A project aimed at saving the Scottish wildcat – one of the most endangered animals on the planet – is being extended to cover more than 500 square miles of the west Highlands.
There are thought to be just 35 of these cats remaining in the wild, making it 70 times rarer than Giant pandas.
And a team of ecologists, wildlife experts, vets, teachers and landowners have set up an organisation, called Wildcat Haven, in an attempt to save the true Scottish wildcat from extinction.
In 2014, after five years of neutering and vaccinating feral and pet cats, the group established a 250 square mile Wildcat Haven on the Ardnamurchan peninsula that was free from feral cats and feline diseases.
This is the only place in Scotland where the Scottish wildcat can breed without the risk of hybridisation, which is considered the primary threat to its survival.
And the project is now expanding into Morvern, which will take the Wildcat Haven to more than 500 square miles.
Field work began this week and teams of vets and biologists are working to ensure that every feral cat on Morvern and the Ardnamurchan peninsula is neutered and vaccinated to protect the remaining wildcats in these areas.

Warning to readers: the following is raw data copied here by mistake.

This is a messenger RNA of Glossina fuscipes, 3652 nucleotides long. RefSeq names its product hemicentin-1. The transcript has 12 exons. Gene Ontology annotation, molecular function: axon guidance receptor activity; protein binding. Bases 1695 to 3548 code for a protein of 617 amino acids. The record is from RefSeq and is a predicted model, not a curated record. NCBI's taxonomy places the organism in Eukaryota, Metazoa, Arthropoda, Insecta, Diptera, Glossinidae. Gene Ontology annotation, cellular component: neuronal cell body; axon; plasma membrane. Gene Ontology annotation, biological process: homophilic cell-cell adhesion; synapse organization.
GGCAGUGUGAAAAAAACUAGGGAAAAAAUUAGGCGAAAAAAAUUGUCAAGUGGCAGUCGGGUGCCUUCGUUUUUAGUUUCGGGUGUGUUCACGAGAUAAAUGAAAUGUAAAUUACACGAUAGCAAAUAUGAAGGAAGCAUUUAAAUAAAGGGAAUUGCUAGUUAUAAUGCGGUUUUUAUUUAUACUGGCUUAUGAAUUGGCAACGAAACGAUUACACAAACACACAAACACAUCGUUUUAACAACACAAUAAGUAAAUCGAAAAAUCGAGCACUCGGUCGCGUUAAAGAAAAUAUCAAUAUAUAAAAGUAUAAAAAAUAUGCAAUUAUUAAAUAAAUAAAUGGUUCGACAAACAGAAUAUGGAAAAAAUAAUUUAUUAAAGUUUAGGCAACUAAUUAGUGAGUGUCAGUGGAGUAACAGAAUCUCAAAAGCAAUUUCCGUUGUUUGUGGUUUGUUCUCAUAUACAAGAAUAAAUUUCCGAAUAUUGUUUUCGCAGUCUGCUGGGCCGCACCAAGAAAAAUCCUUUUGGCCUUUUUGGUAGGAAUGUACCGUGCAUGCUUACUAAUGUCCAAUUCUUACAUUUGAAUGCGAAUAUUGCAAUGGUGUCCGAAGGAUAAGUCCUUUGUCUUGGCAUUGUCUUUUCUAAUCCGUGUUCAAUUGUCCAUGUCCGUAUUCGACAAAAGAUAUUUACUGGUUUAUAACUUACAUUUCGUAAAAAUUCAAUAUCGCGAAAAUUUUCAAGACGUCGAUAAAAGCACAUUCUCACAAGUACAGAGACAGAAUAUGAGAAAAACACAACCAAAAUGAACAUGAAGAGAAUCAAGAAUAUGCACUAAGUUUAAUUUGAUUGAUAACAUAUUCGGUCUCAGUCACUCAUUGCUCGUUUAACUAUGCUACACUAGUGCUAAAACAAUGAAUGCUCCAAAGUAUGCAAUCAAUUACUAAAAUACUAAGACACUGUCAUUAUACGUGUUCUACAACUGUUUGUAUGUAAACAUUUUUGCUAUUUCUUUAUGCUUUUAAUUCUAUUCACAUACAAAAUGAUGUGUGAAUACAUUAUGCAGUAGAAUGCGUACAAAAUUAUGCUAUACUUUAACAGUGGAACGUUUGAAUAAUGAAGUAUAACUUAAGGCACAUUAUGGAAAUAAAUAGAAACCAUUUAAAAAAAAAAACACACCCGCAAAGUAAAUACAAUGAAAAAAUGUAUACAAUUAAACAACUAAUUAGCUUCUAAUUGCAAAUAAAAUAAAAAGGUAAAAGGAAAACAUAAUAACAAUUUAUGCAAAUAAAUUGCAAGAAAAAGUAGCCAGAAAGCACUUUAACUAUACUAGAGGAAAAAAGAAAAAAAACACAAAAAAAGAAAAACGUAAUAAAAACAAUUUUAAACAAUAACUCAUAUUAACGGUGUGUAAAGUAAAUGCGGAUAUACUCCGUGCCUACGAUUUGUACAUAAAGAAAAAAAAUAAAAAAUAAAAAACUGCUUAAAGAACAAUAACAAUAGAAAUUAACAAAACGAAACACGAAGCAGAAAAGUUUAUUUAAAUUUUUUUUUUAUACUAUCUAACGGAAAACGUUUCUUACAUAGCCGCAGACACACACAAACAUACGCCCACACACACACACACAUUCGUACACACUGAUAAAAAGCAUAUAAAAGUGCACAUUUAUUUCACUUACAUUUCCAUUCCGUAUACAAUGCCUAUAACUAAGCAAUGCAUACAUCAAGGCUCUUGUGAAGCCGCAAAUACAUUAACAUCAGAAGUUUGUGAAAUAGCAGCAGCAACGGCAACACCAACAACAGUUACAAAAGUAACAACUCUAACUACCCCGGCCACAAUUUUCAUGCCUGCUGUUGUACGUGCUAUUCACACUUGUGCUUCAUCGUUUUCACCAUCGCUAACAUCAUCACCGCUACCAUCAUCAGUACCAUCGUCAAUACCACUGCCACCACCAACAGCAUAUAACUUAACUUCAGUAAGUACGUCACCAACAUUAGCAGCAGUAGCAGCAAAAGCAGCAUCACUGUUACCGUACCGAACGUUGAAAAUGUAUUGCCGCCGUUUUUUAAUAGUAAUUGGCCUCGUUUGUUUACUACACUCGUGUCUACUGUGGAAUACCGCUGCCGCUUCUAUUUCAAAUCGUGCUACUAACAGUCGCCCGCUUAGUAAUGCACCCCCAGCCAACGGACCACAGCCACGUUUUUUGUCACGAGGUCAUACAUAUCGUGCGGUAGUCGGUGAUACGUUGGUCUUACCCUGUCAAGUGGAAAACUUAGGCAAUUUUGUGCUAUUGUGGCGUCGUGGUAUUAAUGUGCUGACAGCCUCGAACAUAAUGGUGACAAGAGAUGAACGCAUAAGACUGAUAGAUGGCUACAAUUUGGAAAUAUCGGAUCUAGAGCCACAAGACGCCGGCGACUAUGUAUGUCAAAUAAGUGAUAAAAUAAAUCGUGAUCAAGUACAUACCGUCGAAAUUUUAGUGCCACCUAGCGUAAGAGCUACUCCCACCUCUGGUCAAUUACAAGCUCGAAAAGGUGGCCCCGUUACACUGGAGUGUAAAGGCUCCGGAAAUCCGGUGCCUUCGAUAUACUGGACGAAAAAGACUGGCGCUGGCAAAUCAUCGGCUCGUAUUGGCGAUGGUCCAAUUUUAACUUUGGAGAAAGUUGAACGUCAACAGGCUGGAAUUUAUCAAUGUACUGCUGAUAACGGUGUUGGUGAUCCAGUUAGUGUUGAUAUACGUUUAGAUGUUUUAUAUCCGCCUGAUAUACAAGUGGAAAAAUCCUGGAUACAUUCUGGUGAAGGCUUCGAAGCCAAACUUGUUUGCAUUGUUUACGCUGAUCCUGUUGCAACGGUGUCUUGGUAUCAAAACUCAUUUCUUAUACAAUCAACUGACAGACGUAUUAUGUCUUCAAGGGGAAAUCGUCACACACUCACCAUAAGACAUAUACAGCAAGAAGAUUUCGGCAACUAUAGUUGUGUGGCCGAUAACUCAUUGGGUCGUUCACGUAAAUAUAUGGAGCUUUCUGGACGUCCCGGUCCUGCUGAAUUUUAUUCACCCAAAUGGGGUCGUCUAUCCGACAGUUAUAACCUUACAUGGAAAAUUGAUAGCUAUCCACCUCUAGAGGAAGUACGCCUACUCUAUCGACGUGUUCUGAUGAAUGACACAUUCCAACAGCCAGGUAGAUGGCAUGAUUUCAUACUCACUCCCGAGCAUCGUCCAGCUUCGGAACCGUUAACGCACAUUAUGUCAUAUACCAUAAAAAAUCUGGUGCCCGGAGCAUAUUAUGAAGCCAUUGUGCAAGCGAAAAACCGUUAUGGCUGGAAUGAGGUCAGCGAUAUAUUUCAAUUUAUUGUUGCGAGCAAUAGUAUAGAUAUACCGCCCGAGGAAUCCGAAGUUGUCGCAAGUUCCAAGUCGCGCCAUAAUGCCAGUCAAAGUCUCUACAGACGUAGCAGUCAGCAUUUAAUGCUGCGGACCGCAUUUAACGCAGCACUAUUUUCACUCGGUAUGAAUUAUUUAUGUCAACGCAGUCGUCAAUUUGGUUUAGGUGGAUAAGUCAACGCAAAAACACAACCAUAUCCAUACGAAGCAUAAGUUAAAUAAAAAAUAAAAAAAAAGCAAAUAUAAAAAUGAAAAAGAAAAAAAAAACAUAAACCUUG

The team also has strong evidence that pure wildcats remain there and they are hoping to trap and DNA test them to ensure their protection.
Director of the Wildcat Haven project, Emily O’Donoghue, said: “The support from the local communities has been fantastic and central to our work.
“We are fortunate to work with a diverse range of stakeholders, from landowners to the local schools, and without them we could not save the wildcat.
“All the signs suggest that, on Morvern, we will be able to replicate what we achieved on the Ardnamurchan peninsula and, in doing so, will create a vast Wildcat Haven area of over 500 square miles, where the last pure wildcats can be saved.”